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New Jersey Domestic Violence Lawyer

Domestic violence laws in New Jersey seek to protect individuals and their loved ones from abuse or assault committed by fellow family members or other similarly situated individuals. The New Jersey Domestic Violence Act governs matters relating to domestic violence.

If you have been accused of domestic violence or similar assault offenses, contact a distinguished New Jersey criminal defense attorney to begin planning your defense. A New Jersey domestic violence lawyer can help you gather useful evidence for a desirable outcome. John B. Fabriele understands that accusations of domestic violence can be scary and complicated. As New Jersey’s best domestic violence lawyer, he can help you gather useful evidence and provide the best possible results.

Protected Individuals

Many people assume that domestic violence disputes only involve spouses or partners and occur due to break-ups or divorce. However, the New Jersey Domestic Violence Act’s definition of what’s considered “domestic” is more much broad than relationships involving marriage. Individuals in a close or intimate relationship may also be subject to domestic violence. People living under the same roof, though not intimately involved with one another, can be subject to domestic violence too.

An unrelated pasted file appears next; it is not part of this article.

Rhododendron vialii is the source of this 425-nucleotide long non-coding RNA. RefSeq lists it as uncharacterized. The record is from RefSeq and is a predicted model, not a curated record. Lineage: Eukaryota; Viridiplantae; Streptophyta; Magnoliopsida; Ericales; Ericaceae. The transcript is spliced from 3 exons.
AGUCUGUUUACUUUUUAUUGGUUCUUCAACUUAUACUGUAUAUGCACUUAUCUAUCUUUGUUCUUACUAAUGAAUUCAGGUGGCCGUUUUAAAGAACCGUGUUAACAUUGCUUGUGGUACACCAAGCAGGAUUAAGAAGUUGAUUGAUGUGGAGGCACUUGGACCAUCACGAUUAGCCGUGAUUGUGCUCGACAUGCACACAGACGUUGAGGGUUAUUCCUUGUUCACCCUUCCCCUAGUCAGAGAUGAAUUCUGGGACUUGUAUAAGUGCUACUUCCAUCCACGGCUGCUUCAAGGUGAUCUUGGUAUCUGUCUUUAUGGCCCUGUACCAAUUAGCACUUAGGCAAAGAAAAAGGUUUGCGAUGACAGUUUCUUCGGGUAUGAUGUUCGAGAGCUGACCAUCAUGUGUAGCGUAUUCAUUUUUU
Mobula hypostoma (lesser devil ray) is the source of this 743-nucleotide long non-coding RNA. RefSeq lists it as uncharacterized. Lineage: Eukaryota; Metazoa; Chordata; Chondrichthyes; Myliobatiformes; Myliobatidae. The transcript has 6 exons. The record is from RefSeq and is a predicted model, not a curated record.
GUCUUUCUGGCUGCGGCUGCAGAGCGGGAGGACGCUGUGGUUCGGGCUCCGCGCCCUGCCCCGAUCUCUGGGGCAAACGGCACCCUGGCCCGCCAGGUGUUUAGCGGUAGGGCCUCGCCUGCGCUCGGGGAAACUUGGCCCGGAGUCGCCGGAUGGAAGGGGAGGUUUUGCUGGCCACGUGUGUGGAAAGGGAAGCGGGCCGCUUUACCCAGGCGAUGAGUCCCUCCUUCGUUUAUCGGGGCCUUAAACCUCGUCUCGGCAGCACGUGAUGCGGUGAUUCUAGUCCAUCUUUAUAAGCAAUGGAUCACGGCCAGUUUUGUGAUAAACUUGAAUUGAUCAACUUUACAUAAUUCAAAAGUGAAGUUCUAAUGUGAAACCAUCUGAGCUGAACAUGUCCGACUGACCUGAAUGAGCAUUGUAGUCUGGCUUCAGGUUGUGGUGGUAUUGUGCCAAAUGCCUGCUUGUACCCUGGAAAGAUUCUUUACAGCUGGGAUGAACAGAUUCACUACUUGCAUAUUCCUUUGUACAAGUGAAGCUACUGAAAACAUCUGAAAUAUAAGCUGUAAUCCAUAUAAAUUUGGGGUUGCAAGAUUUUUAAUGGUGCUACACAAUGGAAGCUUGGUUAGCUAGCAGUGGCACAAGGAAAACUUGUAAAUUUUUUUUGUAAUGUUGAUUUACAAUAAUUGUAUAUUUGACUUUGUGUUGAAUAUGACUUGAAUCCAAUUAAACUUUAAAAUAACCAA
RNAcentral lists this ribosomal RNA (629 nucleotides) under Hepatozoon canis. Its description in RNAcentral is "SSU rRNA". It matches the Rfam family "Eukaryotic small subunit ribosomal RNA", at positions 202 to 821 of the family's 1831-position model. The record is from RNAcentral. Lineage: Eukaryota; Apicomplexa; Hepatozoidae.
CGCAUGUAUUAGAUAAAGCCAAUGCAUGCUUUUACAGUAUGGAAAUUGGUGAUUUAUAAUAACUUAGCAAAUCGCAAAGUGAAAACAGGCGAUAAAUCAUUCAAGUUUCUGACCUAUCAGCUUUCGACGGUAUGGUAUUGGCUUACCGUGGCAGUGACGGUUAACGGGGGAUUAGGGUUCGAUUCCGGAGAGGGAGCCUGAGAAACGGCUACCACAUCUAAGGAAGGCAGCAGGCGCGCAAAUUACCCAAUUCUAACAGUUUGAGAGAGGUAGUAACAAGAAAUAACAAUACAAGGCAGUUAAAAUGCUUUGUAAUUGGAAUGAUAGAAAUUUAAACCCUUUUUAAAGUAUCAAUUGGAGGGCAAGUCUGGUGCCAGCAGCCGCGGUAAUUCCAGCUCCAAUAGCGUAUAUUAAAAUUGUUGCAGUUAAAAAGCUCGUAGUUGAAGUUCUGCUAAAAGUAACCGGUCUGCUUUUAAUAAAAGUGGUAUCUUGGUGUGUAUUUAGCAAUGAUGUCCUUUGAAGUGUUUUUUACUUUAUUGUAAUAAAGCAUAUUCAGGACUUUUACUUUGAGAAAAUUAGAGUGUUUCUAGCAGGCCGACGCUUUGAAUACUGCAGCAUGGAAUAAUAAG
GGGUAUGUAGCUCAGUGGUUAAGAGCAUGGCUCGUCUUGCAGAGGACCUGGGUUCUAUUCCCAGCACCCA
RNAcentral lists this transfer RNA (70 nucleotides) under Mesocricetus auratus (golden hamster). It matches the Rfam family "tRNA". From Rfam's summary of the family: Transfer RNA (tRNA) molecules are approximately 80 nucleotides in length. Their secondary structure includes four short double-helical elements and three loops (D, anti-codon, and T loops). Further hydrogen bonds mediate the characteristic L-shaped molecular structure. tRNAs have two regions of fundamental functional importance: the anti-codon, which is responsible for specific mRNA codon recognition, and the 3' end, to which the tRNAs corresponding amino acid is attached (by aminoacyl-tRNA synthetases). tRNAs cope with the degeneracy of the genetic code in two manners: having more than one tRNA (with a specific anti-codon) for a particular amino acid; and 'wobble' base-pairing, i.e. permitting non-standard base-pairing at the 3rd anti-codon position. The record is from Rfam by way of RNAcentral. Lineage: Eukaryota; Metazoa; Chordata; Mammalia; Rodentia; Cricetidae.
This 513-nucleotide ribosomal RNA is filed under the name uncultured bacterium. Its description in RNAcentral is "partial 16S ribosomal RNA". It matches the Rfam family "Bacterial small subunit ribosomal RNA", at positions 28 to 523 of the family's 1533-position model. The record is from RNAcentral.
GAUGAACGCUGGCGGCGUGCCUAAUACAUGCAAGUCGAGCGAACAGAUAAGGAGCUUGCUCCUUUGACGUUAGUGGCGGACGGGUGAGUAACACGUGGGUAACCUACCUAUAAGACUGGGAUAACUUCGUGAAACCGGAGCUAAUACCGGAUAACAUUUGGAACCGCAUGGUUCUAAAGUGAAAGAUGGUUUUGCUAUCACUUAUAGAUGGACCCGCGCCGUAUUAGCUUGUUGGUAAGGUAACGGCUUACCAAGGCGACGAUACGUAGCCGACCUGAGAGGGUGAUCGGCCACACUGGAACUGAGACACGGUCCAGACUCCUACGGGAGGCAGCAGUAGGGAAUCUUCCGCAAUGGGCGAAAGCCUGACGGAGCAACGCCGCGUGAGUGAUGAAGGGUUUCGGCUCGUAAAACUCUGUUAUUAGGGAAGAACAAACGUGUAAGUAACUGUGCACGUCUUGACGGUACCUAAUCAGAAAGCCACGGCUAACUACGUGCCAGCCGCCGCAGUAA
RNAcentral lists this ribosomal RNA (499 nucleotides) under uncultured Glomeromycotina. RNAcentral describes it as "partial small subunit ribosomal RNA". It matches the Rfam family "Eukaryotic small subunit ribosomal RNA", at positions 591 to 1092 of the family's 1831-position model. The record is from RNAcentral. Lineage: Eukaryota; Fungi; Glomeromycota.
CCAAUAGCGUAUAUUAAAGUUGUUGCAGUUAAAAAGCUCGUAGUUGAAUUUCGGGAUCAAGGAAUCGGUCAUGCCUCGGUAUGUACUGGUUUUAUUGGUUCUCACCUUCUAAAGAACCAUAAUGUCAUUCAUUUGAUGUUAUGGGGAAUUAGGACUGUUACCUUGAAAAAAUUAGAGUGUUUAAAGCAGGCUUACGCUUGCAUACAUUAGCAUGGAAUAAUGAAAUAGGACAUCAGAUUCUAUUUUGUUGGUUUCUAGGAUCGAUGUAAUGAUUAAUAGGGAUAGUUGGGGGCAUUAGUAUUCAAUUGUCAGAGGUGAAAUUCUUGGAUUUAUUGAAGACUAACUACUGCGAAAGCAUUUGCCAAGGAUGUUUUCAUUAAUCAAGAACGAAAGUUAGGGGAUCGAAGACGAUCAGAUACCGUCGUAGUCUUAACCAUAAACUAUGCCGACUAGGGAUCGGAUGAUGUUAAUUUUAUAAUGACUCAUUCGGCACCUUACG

The New Jersey Prevention of Domestic Violence Act states the following regarding domestic relationships:

“The relationship must be one of the following: marriage; separation; divorce; living together in the same household at present or in the past; a person whom the plaintiff has dated or a person with whom the plaintiff has a child in common or anticipates having a child in common. The defendant must be 18 or older or be an emancipated minor.”

If someone is accused of domestic violence in New Jersey, the police officer must arrest and take the suspect into custody. This creates a criminal record which is subject to public record. Having a public record that reflects domestic violence, domestic assault, or domestic abuse crimes can be detrimental to one’s future. If you’d like more information about how New Jersey defines domestic relationships under domestic violence laws, contact our law office today.

Forms of Domestic Violence

Domestic violence can come in many different forms. Some of the most common types of domestic violence are:

  • Physical assault
  • Sexual assault
  • Verbal abuse or harassment
  • Physical threats